Letter to Prime Minister re: 114 Biotechnology Scientists

Text of an SGR letter sent to the Prime Minister, The Right Honourable Tony Blair, MP, on 6 November 2003

[* These comments also form the basis of an article by Dr Eva Novotny in the Guardian newspaper of the same date.]

cc: The Right Honourable Margaret Beckett MP
DEFRA, Nobel House, 17 Smith Square, London SW1P 3JR

The Right Honourable Patricia Hewitt MP
DTI, 1 Victoria Street, London SW1H 0ET

Mr Nigel Griffiths MP
DTI, 1 Victoria Street, London SW1H 0ET

Dear Prime Minister,

Scientists for Global Responsibility (SGR) is an organisation of some 600 UK scientists concerned by the use and misuse of science and technology, and we would like to comment* on some of the points made by the 114 biotechnology scientists in their letter to you, dated 30th October, with which we disagree.

Genetic modification of crops was introduced by multinational companies as an initiative for making potentially huge profits, leading ultimately to the control of the food chain. It has been seized upon by the Government as a significant contributor to the British economy. Unfortunately, the products were developed and then sold to American farmers and put upon the plates of the American public without making clear the nature of the technology that had been used. By the time these companies were ready to repeat their marketing operations in Europe, many of the scientists and the general public in Europe were already informed about the technology. They had also gathered information about the uncertainty, unreliability and the many failures of the modification process itself and of the performance of genetically-modified crops in the field. Europeans said ‘No’ to allowing such crops to be grown here. Free-marketeers might ask why a new kind of food should be inflicted on a population if some 90% does not want to buy it.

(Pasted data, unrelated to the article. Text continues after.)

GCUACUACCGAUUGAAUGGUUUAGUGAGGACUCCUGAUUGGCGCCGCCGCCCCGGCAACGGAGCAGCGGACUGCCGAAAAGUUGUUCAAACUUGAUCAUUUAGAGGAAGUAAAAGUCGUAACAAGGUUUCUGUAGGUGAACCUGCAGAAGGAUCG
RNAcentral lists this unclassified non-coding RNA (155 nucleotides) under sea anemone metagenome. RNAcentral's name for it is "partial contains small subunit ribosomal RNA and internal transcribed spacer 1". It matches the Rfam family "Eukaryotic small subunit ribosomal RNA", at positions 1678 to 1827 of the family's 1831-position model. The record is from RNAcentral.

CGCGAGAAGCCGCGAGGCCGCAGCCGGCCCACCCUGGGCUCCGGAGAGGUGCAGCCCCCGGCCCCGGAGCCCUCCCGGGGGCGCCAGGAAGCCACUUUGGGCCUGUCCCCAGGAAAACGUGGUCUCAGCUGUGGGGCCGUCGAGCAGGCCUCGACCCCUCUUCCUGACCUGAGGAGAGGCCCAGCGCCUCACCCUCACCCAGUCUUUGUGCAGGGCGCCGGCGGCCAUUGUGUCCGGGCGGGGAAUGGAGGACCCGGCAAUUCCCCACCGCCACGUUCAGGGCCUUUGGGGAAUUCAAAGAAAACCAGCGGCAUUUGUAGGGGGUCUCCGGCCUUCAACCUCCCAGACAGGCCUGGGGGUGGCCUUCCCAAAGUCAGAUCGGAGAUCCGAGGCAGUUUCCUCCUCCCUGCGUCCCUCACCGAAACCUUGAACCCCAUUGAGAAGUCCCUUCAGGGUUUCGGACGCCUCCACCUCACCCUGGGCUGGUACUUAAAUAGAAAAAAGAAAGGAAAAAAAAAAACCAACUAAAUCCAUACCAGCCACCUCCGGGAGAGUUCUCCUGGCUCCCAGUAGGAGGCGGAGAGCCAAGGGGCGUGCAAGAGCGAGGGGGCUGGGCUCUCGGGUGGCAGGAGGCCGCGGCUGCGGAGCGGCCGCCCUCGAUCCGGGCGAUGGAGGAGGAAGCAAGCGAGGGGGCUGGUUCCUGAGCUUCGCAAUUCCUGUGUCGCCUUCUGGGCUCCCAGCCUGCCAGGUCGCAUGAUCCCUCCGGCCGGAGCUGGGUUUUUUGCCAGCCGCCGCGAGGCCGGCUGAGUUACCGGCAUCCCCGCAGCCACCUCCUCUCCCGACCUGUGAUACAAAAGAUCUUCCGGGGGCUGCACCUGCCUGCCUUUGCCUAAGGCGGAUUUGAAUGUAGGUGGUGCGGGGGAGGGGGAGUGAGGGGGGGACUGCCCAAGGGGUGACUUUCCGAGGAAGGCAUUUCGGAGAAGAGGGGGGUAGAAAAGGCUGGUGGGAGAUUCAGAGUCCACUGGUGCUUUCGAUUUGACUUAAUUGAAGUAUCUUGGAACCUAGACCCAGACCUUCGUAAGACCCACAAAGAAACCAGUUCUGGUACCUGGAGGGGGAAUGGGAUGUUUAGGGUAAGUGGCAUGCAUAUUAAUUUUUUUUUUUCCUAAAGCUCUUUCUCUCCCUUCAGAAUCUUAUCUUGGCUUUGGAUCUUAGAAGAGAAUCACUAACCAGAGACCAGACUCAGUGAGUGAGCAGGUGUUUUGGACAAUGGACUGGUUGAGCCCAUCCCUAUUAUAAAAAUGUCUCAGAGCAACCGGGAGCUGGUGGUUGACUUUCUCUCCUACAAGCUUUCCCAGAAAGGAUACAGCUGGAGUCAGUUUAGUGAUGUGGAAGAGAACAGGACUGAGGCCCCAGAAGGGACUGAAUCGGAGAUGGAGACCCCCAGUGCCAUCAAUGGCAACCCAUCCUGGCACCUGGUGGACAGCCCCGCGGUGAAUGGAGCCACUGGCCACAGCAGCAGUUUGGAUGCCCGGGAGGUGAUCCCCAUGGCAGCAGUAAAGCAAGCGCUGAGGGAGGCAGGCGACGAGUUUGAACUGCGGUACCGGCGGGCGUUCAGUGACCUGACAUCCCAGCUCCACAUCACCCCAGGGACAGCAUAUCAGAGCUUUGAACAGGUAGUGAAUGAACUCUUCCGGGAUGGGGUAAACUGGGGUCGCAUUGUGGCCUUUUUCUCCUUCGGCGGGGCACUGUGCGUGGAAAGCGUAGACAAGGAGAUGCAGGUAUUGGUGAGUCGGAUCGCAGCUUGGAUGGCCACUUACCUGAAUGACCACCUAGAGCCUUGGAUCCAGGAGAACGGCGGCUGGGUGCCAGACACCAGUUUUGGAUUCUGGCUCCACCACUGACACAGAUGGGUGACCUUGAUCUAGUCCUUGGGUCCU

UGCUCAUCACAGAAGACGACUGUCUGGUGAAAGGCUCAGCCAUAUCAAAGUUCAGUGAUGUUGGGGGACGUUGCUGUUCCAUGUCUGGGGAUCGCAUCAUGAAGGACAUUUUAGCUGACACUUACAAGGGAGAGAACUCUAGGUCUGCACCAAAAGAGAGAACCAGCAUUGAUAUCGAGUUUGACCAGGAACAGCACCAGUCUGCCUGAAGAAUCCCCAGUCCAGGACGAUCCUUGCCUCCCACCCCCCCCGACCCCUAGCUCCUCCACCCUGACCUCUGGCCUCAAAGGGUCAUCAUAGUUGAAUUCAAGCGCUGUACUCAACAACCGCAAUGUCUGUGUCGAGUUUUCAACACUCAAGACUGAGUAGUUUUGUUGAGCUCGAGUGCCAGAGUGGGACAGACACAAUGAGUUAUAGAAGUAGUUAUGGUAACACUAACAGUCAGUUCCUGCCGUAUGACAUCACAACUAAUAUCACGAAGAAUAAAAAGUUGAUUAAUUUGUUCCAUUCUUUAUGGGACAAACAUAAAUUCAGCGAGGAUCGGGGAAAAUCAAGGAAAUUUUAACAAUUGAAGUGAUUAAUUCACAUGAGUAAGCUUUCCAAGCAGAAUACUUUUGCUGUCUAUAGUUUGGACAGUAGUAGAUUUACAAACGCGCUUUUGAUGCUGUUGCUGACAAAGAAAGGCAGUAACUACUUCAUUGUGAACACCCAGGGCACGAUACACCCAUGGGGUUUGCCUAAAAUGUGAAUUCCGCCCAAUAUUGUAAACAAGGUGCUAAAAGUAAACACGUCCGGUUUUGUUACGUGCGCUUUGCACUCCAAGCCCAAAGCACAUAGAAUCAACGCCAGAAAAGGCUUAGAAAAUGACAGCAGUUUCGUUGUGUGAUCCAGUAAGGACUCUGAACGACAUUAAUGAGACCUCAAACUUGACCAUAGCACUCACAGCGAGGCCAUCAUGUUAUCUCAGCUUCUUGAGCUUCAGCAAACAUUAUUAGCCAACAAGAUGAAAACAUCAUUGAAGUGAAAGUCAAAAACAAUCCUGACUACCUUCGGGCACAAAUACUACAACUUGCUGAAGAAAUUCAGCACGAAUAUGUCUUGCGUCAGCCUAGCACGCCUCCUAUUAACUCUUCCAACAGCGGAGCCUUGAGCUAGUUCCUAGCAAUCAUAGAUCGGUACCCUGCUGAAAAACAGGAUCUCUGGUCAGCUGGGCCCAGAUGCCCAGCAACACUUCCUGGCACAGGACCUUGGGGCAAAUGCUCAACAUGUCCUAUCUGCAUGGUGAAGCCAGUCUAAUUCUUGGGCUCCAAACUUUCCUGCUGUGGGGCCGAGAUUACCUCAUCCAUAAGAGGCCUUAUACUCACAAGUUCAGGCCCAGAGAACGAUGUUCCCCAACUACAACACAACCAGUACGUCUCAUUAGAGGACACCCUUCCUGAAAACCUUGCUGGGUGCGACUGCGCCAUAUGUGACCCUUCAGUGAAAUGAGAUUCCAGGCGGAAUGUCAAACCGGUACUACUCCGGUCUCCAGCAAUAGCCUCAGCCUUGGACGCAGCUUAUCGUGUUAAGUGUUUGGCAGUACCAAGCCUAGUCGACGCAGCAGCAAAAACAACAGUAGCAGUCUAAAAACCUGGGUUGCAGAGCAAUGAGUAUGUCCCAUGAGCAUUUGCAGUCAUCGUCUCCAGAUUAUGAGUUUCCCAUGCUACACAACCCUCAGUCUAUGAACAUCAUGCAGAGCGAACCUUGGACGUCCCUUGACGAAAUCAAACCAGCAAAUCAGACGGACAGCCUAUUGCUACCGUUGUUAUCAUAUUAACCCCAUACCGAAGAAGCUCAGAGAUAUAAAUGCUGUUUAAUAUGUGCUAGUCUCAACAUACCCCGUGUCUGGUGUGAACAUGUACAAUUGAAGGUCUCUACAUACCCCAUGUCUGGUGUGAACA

Scientists who have spent the last several years pointing out the dangers of genetic engineering, only to have their warnings dismissed by Government advisory bodies, will be surprised that the signatories to the letter feel that the Government has not been doing enough to support them. The Government has, in fact, been keen to promote genetic modification, even appointing a Science Minister who has made great contributions to the industry and who has himself a large vested interest (in a blind trust) in its success. Advisory and regulatory bodies are weighted with pro-GM members with close connections to the GM industry and, as recently seen with the GM Science Review Panel, members sympathetic to arguments against GM crops may be subjected to harassment.